School of Rickey

MLB Network really pulled out all the stops on a slow sports night. After the special on the 1971 Pirates, they aired School of Rickey, a short documentary about Rickey Henderson; the greatest base-stealer of all-time.

The special opened with Tony LaRussa and Dave Stewart talking about how Rickey’s flair was really what made him a trendsetter and trail blazer. For instance, you see Bryce Harper today and his flair that maybe he picked up from Barry Bonds. Well, there’s a chance that Barry Bonds and other players from that era picked up some of that flair from Rickey himself.

There was lots of talk about the City of Oakland and how it is actually a small, enclosed city.

I guess I didn’t realize that Rickey Henderson was actually from Oakland, California (Bushrod Park). Like Jimmy Rollins said, Rickey was Oakland. Local kids would go to the park just to see him play because he grew up in the area. He was edgy and dangerous, tough and resilient like the Bay Area city he was from.

Henderson got swagger and confidence also from growing up in Oakland.

Rickey had a gun pulled on him when he was 12 at a park right next to his home. When I think of the number 24, I think of Ken Griffey Jr. But I also think of Rickey Henderson. I hadn’t realized he wore numbers 39, and 35 in Oakland when his career began.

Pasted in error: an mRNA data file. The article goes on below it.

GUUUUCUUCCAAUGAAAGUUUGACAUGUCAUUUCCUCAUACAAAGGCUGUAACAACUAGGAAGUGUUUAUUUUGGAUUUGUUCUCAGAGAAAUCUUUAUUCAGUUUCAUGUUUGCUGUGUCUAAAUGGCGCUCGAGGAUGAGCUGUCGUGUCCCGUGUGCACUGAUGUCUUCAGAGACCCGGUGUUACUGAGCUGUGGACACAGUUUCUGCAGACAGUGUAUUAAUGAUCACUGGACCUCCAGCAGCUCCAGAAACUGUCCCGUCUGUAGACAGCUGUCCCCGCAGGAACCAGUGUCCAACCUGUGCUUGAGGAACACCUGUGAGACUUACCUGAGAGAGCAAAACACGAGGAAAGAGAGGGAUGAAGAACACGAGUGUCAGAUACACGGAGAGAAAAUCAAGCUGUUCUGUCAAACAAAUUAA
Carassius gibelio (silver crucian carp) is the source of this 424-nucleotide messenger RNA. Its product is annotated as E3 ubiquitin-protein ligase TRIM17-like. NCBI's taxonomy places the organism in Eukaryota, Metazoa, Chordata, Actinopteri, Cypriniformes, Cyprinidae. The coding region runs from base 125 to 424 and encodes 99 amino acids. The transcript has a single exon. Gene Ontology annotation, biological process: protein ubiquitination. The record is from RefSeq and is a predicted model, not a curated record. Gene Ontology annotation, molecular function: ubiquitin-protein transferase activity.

When Henderson got traded back to Oakland in 1989, he was expected to be a trouble-maker. He was the exact opposite, a great teammate and really came into his own. One might have thought that at age 31 he was slowing down. But he was really just getting started. He won a world title in 1989 with those Oakland Athletics.

I also had no idea that Dave Stewart was a local Oakland guy – and he was featured prominently in this documentary.

In 1987, Harold Reynolds won the stolen base title. This was the only time in the 1980’s that Harold Reynolds won the stolen base title. Rickey called Reynolds to make fun of him for winning the stolen base title with just 60 stolen bases.

Bat flips, rounding the bases extra-wide, trotting, pimping it out of the box, one handed hot-dog catches. Rickey did it all. He was an entertainer looked upon fondly. This special did a great job of capturing that appreciation for this once in a lifetime player.